The following is a statement by Francis DeBernardo, Executive Director, New Ways Ministry, in response to the decision by a national Catholic seminary to disinvite Fr. James Martin, SJ, due to criticism of his new book on LGBT issues.
Theological College, a national seminary in Washington, D.C., has delivered a devastating blow to the Catholic Church, academic freedom, and pastoral outreach to LGBT people by canceling the speaking engagement of Jesuit Father James Martin because some social media sites have criticized his book, Building a Bridge, which encourages dialogue between the institutional church and the LGBT community.
The decision is an impotent one in which the seminary’s leaders reveal that they are powerless to stand up to commentators whose views are beyond the mainstream of Catholic thought. It reveals cowardice on the part of the seminary’s administrators who do not have integrity to withstand pressure from outside forces, and instead opt for censorship instead of discussion.
Unless it reverses its decision, Theological College’s renown as an academic institution is irreparably damaged. Worse yet, the decision does great damage to the tenuous relationship between the Catholic Church and the LGBT community which Fr. Martin’s book has already been strengthening. Scores of Catholic parishes and colleges have welcomed Fr. Martin to speak since the publication of Building a Bridge.
It is astonishing that the seminary leaders did not side with the two cardinals and a bishop who praised Fr. Martin’s book as it was being published. One of those cardinals, Kevin Farrell, is the head of Congregation for Laity, Family, and Life at the Vatican. Indeed, Fr. Martin himself is a Vatican consultor on communications. What could possibly motivate the seminary rector, Fr. Gerald McBrearity, to feel that he could not let a speaker with the impressive credentials and Vatican approval that Fr. Martin has to speak in an academic setting?
This decision is ludicrous for two other reasons. First, Fr. Martin was not scheduled to speak on the book in question or on the area of LGBT issues. He, instead, was speaking on his book about the historical Jesus and the Christ of faith. Second, by his own acknowledgement, and the reviews of many scholars, Building a Bridge is a mild book, whose most strong claim is that Church leaders should treat LGBT people with “respect, compassion, and sensitivity”–ideals which are demanded by Catholic doctrine in the Catechism.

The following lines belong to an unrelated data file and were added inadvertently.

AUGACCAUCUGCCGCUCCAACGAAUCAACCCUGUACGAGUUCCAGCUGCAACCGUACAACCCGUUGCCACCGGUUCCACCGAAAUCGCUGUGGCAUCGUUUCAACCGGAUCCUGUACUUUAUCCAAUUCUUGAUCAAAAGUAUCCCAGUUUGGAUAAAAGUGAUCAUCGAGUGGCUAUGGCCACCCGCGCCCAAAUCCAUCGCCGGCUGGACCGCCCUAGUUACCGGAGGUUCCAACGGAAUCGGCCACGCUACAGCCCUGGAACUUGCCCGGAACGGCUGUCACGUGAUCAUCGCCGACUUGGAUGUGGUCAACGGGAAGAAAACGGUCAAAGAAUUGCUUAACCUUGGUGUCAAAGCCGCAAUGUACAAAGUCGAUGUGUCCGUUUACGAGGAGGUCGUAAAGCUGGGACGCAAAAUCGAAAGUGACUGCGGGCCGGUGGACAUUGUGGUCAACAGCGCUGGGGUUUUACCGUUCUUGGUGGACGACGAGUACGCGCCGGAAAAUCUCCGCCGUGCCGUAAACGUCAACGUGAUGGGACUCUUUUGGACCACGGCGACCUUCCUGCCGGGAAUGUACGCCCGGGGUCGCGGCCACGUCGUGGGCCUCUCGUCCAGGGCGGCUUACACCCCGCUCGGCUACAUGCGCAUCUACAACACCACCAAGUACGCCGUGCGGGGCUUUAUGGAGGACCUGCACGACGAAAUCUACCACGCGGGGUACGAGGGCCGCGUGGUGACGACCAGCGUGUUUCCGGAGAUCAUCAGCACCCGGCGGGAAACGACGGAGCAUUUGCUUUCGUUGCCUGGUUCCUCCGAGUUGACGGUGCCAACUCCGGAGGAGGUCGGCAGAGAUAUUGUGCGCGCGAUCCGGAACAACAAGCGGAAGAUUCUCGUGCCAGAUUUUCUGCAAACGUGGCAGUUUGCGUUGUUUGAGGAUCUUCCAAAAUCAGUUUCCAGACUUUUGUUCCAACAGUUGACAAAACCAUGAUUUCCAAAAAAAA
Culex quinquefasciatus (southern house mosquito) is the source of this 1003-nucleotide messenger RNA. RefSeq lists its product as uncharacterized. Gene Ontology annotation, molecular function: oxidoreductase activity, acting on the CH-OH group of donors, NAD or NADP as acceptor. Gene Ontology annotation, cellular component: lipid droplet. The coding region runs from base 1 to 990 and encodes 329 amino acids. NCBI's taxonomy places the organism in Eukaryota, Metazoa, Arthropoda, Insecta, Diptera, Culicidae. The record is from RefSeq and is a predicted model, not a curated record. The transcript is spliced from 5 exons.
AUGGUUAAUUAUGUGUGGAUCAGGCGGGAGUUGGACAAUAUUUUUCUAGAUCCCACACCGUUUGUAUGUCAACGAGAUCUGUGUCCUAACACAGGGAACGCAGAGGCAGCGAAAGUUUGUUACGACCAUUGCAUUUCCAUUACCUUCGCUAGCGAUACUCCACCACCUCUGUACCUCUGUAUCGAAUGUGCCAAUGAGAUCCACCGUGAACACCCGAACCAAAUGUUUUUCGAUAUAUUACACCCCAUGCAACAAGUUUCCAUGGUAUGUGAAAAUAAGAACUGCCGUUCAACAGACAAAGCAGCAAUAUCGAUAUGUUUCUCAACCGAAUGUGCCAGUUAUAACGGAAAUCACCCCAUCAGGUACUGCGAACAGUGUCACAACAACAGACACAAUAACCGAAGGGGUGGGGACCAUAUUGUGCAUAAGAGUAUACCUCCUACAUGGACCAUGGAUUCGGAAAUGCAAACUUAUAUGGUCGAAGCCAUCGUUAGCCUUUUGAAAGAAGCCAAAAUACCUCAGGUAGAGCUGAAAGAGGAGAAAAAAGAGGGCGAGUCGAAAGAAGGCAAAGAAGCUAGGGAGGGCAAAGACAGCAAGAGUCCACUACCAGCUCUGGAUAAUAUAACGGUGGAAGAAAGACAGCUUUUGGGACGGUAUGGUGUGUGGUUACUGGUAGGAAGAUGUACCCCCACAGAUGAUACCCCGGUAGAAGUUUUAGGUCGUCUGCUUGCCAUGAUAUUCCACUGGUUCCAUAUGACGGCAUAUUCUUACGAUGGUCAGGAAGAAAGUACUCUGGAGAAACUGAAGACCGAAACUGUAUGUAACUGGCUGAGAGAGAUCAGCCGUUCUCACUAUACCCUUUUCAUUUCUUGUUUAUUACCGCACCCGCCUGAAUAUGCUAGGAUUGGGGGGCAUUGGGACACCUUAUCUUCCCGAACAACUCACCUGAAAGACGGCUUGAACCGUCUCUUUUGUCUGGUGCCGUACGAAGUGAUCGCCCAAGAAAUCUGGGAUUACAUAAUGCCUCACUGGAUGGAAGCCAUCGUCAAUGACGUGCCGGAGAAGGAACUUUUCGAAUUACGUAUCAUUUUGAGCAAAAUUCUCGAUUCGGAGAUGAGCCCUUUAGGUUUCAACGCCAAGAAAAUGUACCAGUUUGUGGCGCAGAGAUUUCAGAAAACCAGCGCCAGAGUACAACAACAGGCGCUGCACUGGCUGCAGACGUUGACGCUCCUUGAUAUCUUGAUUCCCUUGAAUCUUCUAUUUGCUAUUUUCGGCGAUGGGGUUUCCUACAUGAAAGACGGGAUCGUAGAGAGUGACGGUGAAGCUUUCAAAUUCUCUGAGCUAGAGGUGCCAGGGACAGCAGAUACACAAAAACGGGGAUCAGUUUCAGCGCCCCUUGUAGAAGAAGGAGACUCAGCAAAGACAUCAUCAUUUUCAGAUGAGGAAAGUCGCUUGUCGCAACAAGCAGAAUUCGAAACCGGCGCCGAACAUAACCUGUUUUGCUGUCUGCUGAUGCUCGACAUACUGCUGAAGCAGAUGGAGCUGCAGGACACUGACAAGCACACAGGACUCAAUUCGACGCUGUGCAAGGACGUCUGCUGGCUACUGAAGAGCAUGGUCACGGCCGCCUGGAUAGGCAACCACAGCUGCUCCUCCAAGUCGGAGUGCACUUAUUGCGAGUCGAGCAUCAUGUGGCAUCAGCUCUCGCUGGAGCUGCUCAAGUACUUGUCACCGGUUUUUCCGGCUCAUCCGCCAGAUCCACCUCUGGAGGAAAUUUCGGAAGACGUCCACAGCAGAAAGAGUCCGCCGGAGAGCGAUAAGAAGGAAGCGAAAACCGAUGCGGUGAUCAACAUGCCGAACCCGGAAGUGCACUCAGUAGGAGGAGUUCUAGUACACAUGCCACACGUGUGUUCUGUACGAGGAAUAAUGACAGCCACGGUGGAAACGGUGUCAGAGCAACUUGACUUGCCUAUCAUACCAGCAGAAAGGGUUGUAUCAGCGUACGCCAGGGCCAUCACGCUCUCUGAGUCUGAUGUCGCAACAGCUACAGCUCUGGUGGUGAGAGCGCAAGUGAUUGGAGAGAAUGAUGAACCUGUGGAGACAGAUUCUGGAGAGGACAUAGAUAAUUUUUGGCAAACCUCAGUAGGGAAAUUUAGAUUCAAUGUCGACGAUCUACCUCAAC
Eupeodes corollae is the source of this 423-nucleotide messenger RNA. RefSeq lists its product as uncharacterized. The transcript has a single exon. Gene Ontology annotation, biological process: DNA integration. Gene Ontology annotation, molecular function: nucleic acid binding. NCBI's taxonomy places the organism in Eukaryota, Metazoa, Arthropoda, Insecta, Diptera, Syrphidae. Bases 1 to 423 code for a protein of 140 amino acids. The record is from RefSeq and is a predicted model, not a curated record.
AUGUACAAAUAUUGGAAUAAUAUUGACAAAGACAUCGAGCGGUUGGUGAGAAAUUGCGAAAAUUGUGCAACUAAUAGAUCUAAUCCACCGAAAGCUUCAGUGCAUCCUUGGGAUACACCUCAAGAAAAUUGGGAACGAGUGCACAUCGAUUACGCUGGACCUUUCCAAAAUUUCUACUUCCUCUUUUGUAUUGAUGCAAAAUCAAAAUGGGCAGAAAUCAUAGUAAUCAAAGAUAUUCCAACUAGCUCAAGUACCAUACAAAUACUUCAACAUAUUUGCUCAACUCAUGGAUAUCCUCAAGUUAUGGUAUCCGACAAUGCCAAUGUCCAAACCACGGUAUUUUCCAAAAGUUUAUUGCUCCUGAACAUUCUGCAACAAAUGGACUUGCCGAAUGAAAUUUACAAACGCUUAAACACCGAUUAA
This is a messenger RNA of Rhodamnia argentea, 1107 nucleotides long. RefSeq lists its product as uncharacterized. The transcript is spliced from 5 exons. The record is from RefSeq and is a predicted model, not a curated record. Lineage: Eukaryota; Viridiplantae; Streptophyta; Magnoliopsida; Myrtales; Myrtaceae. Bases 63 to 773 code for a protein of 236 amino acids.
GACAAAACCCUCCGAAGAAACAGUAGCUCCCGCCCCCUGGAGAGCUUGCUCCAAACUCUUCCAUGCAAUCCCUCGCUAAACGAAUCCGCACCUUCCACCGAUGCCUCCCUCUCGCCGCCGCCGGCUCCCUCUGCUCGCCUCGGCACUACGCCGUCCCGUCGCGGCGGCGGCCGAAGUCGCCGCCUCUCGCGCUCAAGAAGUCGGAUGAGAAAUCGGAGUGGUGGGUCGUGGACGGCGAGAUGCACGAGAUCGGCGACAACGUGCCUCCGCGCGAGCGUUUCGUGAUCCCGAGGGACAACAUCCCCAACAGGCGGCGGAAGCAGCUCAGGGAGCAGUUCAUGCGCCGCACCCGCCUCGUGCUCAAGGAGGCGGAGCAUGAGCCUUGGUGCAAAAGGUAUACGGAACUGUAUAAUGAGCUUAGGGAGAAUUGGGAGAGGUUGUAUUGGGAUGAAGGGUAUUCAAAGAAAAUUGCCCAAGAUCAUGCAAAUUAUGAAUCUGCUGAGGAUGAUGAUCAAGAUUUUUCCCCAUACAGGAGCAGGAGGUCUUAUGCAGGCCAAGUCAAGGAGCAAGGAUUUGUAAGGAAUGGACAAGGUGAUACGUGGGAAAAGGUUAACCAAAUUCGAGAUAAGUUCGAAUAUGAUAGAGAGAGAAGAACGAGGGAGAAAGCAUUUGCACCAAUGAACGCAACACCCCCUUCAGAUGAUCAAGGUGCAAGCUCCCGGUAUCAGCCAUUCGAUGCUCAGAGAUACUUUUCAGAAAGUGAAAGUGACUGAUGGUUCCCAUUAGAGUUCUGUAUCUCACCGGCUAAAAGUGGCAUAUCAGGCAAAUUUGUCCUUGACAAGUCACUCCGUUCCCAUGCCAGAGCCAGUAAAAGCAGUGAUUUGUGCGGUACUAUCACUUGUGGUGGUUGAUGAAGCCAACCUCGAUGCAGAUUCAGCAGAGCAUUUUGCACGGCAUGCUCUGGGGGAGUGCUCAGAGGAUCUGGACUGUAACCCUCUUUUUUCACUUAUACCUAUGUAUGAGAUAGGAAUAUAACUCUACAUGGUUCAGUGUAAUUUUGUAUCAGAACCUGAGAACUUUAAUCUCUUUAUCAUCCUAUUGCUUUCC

Theological College’s statement said that Fr. McBrearity made the decision “in the interest of avoiding distraction and controversy.” Based on those criteria, the decision is an epic failure as, in fact, it will attract more controversy than Fr. Martin’s speaking appearance would ever have done. It tarnishes the reputation of the school and of the Catholic Church in the U.S. It makes Catholic leaders look censorious and small-minded. Indeed, almost everyone in the Catholic Church has been discussing LGBT issues over the past decade. Why should a book whose aim is reconciliation on this topic be cause for barring a celebrated author from speaking?
Since its publication early this summer, Fr. Martin’s Building a Bridge was reaching a wide audience of church leaders, including many bishops. In my travels to several Catholic professional and ecclesial conferences these past few months, everyone said they had read, were reading, or intended to read the book. All who had read it spoke of its great value. Instead of being a danger to the church, all saw it as a great gift. Despite this setback, the conversation on LGBT issues in the church to which Building a Bridge has given new life will still continue.
Fr. Martin is experiencing the rejection of many who speak out prophetically. It is the same rejection experienced by millions of Jesus’ followers and, indeed, by Jesus Himself. For the sake of Fr. Martin, for Catholic academics, and for LGBT Catholics, we pray this sorry and shameful action by Theological College will soon be reversed.
To ask Theological College to reverse its decision disinviting Fr. Martin, write to:
Reverend Gerald McBrearity, Rector
401 Michigan Avenue, NE
Washington, DC 20017
—Francis DeBernardo, New Ways Ministry, September 16, 2017